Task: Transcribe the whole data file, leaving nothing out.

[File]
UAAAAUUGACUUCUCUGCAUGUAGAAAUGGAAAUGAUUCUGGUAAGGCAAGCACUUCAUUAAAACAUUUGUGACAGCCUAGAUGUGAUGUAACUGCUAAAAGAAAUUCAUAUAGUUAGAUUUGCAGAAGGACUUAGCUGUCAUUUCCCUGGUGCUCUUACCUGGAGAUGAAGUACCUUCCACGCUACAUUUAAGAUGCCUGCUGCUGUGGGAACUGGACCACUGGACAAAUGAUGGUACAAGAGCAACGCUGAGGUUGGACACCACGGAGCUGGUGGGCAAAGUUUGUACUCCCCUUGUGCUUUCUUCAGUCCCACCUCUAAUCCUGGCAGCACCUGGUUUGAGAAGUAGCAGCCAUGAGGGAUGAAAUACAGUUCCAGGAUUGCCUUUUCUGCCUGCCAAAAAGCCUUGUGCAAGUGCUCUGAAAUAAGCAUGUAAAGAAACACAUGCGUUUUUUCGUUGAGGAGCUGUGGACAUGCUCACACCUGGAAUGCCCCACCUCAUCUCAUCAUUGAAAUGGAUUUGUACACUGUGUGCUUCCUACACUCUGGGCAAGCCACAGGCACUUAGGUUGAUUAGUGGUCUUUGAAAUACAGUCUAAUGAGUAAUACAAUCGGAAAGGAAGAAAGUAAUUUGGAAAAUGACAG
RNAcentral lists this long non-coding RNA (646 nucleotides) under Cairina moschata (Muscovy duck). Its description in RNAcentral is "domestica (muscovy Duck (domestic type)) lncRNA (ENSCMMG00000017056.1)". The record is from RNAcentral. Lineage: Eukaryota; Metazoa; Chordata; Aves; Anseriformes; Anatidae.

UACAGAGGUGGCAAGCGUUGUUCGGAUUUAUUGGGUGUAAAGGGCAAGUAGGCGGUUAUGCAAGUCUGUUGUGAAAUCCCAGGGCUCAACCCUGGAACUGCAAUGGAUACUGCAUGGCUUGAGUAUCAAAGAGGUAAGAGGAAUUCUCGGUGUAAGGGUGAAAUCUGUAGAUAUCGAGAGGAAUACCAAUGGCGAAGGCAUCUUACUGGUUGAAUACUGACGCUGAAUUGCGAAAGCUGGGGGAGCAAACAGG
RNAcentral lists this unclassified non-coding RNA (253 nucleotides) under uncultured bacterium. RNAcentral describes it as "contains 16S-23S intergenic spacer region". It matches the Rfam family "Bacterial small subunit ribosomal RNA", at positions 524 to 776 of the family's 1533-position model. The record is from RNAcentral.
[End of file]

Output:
UAAAAUUGACUUCUCUGCAUGUAGAAAUGGAAAUGAUUCUGGUAAGGCAAGCACUUCAUUAAAACAUUUGUGACAGCCUAGAUGUGAUGUAACUGCUAAAAGAAAUUCAUAUAGUUAGAUUUGCAGAAGGACUUAGCUGUCAUUUCCCUGGUGCUCUUACCUGGAGAUGAAGUACCUUCCACGCUACAUUUAAGAUGCCUGCUGCUGUGGGAACUGGACCACUGGACAAAUGAUGGUACAAGAGCAACGCUGAGGUUGGACACCACGGAGCUGGUGGGCAAAGUUUGUACUCCCCUUGUGCUUUCUUCAGUCCCACCUCUAAUCCUGGCAGCACCUGGUUUGAGAAGUAGCAGCCAUGAGGGAUGAAAUACAGUUCCAGGAUUGCCUUUUCUGCCUGCCAAAAAGCCUUGUGCAAGUGCUCUGAAAUAAGCAUGUAAAGAAACACAUGCGUUUUUUCGUUGAGGAGCUGUGGACAUGCUCACACCUGGAAUGCCCCACCUCAUCUCAUCAUUGAAAUGGAUUUGUACACUGUGUGCUUCCUACACUCUGGGCAAGCCACAGGCACUUAGGUUGAUUAGUGGUCUUUGAAAUACAGUCUAAUGAGUAAUACAAUCGGAAAGGAAGAAAGUAAUUUGGAAAAUGACAG
RNAcentral lists this long non-coding RNA (646 nucleotides) under Cairina moschata (Muscovy duck). Its description in RNAcentral is "domestica (muscovy Duck (domestic type)) lncRNA (ENSCMMG00000017056.1)". The record is from RNAcentral. Lineage: Eukaryota; Metazoa; Chordata; Aves; Anseriformes; Anatidae.

UACAGAGGUGGCAAGCGUUGUUCGGAUUUAUUGGGUGUAAAGGGCAAGUAGGCGGUUAUGCAAGUCUGUUGUGAAAUCCCAGGGCUCAACCCUGGAACUGCAAUGGAUACUGCAUGGCUUGAGUAUCAAAGAGGUAAGAGGAAUUCUCGGUGUAAGGGUGAAAUCUGUAGAUAUCGAGAGGAAUACCAAUGGCGAAGGCAUCUUACUGGUUGAAUACUGACGCUGAAUUGCGAAAGCUGGGGGAGCAAACAGG
RNAcentral lists this unclassified non-coding RNA (253 nucleotides) under uncultured bacterium. RNAcentral describes it as "contains 16S-23S intergenic spacer region". It matches the Rfam family "Bacterial small subunit ribosomal RNA", at positions 524 to 776 of the family's 1533-position model. The record is from RNAcentral.